A few weeks ago I was down in ‘The Mount’ on the Limestone Coast for a book event and stayed overnight with good friends. Mount Gambier is in the neck of the woods I grew up in – just a short drive from the family farm at Naracoorte, the Coonawarra wine region and the picturesque seaside town of Robe, where I spent childhood summer holidays. The region is filled with world heritage natural sites and the Mount is described as ‘a city of craters, lakes and caves’. If you’re planning a road trip from Adelaide to Melbourne via the spectacular Great Ocean Road, it’s worth a stop to view its greatest attraction, the Blue Lake, which fills the crater of an extinct volcano. The water mysteriously changes colour with the seasons, turning an intense, deep turquoise blue in November and back to steely grey in March.
As we chat into the night, my friend Kathy tells me about Metro Bakery & Café, her favourite café in this small regional city that has tongues wagging for all the right reasons.
The next morning we arrive early for breakfast. The Mount is renowned for its cold, frosty mornings but we soon push open a door to a room that is warm and inviting: rustic timber floors, dark wood, jazz playing. We could almost be in Melbourne. And, like Melbourne, the coffee is great.
Metro, derived from the Greek word Metrio, means ‘in the middle’ or ‘meeting place’. It’s the idea of community coming together and it certainly seems true to its name as I watch a loyal band of locals stream through the door, stopping to snatch a quick morning coffee & pastry and to read the morning paper.
On the counter is a basket of buttery croissants au beurre, made and baked on the premises from a century-old traditional French recipe, and a tray of croissants aux amandes. There seems to be a focus on traditional French baking as well as Greek and Italian and as we wait for our breakfasts I chat to Toni Vorenas – who owns the café with her husband Theo – and find out why.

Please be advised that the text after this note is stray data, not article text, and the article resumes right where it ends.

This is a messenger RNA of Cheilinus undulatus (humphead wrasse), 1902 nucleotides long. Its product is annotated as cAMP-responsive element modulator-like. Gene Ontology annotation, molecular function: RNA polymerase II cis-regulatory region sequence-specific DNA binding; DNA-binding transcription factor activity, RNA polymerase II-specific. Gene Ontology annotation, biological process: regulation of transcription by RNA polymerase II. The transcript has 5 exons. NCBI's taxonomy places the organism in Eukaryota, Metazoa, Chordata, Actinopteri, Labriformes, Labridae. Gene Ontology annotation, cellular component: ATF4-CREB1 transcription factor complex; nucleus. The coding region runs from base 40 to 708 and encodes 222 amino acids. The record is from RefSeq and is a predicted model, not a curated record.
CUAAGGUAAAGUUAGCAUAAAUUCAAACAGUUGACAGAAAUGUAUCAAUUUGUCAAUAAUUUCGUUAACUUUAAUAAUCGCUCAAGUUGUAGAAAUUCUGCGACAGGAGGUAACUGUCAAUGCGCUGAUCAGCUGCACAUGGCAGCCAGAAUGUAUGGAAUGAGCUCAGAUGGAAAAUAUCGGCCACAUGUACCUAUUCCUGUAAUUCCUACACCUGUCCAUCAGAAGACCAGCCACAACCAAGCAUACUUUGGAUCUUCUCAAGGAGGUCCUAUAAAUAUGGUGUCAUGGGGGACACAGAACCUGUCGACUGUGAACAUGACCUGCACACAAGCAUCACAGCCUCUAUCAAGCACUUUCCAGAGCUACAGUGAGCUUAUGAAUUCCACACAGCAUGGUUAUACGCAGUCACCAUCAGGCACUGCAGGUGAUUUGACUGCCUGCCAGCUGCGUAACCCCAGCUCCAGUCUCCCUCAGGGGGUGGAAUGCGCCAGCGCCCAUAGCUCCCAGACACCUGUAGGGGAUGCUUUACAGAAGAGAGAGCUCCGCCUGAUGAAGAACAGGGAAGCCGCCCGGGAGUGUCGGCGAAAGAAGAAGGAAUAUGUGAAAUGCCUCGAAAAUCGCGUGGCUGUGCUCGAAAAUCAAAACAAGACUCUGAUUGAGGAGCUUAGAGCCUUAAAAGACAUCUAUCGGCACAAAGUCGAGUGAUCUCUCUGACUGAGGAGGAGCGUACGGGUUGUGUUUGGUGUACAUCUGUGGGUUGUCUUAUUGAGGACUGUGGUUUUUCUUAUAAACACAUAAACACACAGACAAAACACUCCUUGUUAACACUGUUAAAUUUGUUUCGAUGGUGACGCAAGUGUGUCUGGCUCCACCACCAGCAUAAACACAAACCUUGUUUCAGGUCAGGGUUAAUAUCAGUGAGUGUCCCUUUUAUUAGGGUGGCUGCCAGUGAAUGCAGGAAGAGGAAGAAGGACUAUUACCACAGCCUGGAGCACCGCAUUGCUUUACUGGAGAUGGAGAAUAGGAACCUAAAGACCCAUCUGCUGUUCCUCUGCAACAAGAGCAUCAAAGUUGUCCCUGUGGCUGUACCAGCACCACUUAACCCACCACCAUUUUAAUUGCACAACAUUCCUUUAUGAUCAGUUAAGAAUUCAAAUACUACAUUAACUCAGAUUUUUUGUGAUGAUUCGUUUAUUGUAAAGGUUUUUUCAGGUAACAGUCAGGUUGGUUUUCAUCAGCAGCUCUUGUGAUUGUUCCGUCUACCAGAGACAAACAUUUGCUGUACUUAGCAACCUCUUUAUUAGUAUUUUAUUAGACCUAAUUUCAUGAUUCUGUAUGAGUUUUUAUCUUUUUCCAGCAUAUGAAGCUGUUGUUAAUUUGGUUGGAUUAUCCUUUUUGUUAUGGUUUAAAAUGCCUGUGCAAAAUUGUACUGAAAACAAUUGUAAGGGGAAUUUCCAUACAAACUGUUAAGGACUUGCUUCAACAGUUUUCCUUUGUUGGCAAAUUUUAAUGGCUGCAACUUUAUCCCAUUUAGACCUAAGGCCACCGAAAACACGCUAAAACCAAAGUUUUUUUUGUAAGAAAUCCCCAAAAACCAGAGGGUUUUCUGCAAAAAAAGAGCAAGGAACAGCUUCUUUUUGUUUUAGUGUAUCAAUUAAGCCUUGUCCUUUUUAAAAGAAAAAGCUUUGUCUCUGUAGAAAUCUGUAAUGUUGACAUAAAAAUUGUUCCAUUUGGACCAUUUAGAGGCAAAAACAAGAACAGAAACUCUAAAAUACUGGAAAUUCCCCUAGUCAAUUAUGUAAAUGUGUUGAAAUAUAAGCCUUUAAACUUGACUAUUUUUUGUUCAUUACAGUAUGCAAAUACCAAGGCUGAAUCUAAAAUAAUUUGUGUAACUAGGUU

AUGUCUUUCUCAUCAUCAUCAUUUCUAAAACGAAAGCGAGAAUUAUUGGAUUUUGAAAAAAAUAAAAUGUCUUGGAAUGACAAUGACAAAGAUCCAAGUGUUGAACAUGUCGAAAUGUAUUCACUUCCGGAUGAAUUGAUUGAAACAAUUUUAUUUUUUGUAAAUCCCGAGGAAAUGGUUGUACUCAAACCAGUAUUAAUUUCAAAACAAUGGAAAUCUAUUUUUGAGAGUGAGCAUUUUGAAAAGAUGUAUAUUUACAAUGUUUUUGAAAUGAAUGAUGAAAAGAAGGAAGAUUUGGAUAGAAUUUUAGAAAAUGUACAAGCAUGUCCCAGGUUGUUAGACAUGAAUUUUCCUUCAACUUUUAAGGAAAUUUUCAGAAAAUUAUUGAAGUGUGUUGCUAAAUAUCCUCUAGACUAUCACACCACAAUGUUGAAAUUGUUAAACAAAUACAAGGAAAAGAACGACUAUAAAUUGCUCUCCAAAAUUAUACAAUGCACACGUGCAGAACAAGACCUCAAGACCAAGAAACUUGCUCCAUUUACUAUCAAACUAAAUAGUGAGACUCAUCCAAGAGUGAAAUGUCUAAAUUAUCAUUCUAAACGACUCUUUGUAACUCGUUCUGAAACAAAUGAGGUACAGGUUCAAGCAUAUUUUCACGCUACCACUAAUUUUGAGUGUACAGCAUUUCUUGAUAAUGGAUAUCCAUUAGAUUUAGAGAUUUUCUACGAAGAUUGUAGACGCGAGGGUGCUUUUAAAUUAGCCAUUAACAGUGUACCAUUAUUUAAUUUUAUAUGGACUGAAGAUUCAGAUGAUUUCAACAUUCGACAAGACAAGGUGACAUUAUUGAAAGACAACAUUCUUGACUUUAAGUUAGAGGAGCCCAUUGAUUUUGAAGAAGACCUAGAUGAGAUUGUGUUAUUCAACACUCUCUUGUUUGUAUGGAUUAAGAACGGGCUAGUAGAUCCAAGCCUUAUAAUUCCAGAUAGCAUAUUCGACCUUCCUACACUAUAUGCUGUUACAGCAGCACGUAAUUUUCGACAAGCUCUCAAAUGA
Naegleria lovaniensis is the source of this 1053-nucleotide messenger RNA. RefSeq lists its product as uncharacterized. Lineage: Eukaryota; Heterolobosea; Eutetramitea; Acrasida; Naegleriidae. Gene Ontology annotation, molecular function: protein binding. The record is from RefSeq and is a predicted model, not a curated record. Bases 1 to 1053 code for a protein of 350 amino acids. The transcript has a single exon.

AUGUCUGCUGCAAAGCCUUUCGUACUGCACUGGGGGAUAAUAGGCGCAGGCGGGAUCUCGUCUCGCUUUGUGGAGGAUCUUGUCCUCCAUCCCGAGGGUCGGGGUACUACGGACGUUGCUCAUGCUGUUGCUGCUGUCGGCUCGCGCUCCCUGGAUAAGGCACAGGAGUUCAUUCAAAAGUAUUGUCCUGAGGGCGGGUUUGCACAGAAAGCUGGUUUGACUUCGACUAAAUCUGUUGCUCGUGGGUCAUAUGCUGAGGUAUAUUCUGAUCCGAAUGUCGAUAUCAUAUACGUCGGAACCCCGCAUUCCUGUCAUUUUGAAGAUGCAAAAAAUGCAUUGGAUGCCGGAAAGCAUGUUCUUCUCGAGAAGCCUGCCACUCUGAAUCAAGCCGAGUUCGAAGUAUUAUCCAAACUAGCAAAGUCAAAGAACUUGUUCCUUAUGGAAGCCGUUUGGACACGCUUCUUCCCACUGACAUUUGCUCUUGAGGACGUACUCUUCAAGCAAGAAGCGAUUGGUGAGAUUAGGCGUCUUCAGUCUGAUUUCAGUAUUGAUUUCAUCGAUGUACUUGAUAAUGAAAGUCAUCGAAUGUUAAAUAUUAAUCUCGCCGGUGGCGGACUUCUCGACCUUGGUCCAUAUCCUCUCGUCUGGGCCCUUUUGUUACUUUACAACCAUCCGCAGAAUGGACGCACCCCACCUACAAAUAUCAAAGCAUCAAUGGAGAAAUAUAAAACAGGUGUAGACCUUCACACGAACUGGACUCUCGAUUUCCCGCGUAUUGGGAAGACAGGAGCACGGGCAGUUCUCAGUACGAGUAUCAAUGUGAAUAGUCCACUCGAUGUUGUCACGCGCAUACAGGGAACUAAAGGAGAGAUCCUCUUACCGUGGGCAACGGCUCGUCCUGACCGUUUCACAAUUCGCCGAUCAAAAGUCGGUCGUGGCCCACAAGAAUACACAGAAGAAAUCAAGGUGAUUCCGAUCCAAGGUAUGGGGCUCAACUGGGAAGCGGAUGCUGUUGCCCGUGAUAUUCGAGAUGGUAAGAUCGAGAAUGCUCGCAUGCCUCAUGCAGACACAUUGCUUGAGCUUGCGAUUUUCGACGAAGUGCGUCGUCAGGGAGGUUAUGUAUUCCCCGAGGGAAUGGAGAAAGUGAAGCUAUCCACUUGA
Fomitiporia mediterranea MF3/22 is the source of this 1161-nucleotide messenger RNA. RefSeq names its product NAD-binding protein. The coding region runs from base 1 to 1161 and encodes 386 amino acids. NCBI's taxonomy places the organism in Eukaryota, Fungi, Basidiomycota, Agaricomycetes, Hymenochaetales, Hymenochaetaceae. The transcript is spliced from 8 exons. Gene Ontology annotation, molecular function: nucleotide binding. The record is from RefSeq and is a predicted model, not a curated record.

‘A French trained pastry chef literally knocked on our door and asked for a job. He had tried every bakery in Mount Gambier. At that time we did not make anything in-house and had no equipment,’ says Toni. ‘He started the bakery with us from the ground up. He brought over another pastry chef, also French trained, to work with him and he is still with us today. We have since hired three local boys who are all learning the skills.’
What began as a simple coffee and sandwich shop has evolved into a thriving European style bakery, café and bar and among the pastries now made in-house you will find pithiviers, mont blancs, opera cakes, escargots, and little lemon and raspberry tartlets.
‘I am Sicilian and my husband is Greek so our café food is also heavily influenced by our cultures,’ says Toni. ‘Our focus is on tradition – as well as using traditional methods of baking we also make our own sugo (passata) once a year. We use a lot of produce from my father’s garden and we have our own substantial herb garden out the back.’
The croissants aux almonds tempt but I decide on something more substantial and my Metro Big Breakfast arrives. Roasted tomatoes, smoked bacon, Spanish chorizo, sautéed mushrooms, mozzarella and herb potato rosti, basil pesto, and poached eggs with sourdough. Enough to keep me going for the entire day!
Artisan loaves and baguettes are made on the premises, with gluten-free options, and there is traditional baklava, cannoli and tiramisu.
Metro also does interesting light lunches from soups and salads to pasta. There’s a range of gourmet baguette sandwiches served all day, or you may prefer Chickpea & Haloumi fritters, Braised Pork Belly or a Terra Rossa Beef Burger.
Two years ago Metro started opening in the evenings as a dessert bar with plated desserts from the kitchen. ‘We still run the dessert bar but we have also added cafe style dinners,’ says Toni.
Oh, and that croissant aux amandes. I took one to go. It was très bon!
*For more information on the Limestone Coast click here.